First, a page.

During World War II, the 71st Infantry Division broke through the Siegfried Line to capture Pirmasens, after which the Division's advance continued to the Rhine. The Division moved through the outer belts of the Siegfried Line and captured Pirmasens on 21 March 1945, and crossed the Rhine at Oppenheim on 30 March 1945.

After the war the Allies used the lower level as depot for war material. In the mid-1960s the US Army General Depot at Pirmasens managed the "supply cave" below Hill 486, with acres and acres of "stuff". The Depot`s "controlled environment" storage buildings kept tanks in them - fueled and armed - all ready to roll. In the today's status the rail system on the lower level with approximately 1000 meters and hollow tunnels presents itself. On the upper, at present not accessible, are floor of about 4500 meters.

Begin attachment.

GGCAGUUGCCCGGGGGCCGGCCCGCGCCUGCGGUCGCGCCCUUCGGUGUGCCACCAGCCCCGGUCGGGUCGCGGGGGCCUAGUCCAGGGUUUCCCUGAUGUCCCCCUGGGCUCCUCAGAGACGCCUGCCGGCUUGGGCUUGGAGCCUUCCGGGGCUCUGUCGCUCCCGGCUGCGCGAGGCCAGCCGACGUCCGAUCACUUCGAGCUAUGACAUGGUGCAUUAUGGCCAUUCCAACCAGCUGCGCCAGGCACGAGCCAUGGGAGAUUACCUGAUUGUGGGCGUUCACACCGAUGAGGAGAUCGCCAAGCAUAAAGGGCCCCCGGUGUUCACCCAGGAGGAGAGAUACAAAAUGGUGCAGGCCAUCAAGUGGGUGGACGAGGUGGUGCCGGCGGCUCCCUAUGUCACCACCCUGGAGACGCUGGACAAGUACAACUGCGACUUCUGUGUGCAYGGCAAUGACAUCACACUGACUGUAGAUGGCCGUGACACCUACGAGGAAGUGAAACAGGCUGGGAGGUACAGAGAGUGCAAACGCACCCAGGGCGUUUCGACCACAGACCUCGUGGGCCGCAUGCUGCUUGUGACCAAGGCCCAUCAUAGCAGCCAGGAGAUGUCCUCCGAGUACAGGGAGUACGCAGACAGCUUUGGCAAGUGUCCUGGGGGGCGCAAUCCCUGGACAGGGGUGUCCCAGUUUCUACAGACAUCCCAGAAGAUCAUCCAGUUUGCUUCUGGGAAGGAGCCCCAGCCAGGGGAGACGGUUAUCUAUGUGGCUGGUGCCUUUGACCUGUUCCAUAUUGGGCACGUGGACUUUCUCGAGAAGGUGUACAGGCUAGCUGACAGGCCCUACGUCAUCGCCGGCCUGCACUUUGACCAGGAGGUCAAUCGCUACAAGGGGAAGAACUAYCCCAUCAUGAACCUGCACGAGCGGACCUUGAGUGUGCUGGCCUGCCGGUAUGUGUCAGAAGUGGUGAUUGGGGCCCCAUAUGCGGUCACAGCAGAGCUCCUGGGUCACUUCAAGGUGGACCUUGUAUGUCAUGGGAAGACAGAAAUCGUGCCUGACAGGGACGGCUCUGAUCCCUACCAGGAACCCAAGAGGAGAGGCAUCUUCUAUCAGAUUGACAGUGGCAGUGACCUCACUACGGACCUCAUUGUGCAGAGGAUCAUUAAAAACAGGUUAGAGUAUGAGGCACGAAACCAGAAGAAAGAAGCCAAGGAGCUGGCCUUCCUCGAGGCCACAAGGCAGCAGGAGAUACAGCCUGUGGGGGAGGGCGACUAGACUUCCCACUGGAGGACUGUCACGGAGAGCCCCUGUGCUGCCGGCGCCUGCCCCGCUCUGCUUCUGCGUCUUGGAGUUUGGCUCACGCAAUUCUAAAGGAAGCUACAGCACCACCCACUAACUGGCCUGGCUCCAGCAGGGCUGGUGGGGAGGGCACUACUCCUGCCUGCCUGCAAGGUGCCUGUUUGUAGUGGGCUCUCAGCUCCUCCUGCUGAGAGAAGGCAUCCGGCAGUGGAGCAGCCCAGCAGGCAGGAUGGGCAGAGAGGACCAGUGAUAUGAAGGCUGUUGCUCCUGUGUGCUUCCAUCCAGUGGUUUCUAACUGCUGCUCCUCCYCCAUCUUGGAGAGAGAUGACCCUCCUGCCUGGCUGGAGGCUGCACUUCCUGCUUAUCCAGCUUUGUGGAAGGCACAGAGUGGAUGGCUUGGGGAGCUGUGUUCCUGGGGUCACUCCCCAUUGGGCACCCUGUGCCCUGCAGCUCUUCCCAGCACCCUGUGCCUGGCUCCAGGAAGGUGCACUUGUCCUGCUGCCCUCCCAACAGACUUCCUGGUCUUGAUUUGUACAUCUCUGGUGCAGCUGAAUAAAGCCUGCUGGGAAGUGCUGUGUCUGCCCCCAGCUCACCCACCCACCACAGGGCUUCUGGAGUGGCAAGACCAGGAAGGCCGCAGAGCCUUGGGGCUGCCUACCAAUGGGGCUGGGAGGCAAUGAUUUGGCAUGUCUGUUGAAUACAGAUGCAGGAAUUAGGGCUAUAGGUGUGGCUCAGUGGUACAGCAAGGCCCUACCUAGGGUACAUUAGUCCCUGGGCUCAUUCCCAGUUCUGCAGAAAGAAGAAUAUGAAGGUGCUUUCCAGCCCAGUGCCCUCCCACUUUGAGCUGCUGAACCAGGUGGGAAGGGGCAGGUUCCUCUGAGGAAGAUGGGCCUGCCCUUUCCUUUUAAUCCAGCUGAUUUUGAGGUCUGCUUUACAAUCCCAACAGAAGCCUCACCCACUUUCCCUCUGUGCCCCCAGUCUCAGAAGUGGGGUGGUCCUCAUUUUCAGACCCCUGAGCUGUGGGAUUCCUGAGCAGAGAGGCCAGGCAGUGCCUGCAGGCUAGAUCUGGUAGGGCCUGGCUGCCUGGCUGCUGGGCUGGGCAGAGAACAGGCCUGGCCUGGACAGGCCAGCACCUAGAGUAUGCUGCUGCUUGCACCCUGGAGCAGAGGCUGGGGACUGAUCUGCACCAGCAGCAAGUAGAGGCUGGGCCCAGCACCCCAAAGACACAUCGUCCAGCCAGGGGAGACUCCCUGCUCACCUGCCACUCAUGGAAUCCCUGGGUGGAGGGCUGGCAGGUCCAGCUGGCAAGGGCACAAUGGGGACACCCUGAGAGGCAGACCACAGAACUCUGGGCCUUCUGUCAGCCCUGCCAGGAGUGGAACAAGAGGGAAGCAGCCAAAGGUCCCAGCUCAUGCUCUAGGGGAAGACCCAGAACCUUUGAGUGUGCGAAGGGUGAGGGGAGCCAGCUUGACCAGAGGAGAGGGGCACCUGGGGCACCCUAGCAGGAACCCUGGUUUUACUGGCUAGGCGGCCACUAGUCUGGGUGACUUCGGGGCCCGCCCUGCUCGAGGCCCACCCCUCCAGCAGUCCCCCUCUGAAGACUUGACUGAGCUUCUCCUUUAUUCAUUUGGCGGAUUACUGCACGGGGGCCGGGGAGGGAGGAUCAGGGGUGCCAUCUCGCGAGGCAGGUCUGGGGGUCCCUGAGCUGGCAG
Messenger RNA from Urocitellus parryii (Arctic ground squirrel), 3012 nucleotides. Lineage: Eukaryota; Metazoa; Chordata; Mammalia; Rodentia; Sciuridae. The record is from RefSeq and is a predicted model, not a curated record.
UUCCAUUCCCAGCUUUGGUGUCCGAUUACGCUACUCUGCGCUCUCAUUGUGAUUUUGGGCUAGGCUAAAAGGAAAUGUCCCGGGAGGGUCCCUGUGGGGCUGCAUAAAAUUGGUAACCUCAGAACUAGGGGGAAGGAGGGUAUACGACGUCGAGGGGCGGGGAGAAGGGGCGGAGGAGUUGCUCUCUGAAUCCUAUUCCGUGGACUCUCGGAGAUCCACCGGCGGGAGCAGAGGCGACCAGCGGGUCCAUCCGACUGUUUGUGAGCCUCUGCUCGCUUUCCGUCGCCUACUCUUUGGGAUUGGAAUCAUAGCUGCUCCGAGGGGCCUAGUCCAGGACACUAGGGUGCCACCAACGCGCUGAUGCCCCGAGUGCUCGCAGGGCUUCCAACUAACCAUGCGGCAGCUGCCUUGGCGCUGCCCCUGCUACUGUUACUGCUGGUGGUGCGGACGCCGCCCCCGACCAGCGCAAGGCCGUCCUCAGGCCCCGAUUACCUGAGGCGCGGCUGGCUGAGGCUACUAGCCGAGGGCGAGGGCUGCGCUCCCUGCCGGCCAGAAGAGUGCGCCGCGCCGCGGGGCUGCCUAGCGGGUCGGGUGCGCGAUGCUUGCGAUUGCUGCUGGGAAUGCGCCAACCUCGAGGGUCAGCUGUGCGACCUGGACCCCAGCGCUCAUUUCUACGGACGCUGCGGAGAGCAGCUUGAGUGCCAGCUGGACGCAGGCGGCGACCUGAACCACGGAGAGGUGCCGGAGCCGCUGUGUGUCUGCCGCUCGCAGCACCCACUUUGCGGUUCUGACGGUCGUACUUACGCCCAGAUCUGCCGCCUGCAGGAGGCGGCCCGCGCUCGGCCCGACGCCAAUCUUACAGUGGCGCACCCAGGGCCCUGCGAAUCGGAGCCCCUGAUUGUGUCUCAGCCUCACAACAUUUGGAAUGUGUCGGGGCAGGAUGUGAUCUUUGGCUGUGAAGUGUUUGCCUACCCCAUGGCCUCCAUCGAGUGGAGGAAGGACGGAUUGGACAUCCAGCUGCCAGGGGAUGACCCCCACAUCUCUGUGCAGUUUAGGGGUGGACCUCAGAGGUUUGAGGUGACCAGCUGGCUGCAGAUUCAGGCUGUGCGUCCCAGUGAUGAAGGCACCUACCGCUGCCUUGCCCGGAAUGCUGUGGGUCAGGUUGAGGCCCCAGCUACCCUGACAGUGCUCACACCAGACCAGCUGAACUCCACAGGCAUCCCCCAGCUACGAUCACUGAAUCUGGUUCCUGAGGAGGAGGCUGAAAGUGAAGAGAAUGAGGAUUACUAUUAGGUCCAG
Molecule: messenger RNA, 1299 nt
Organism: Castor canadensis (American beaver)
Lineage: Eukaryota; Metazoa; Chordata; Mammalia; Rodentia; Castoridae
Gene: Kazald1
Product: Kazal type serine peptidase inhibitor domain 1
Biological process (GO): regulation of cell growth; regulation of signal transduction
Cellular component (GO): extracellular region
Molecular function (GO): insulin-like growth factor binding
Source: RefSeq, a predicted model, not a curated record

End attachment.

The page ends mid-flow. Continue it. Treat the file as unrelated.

Pirmasens is the center of the German shoe industry. The town, nearly destroyed in World War II, is now a bustling, modern town. Located close to the famed "Wine Road," Pirmasens offers numerous opportunities for day trips and excursions through Germany's beautiful vineyards and farmlands.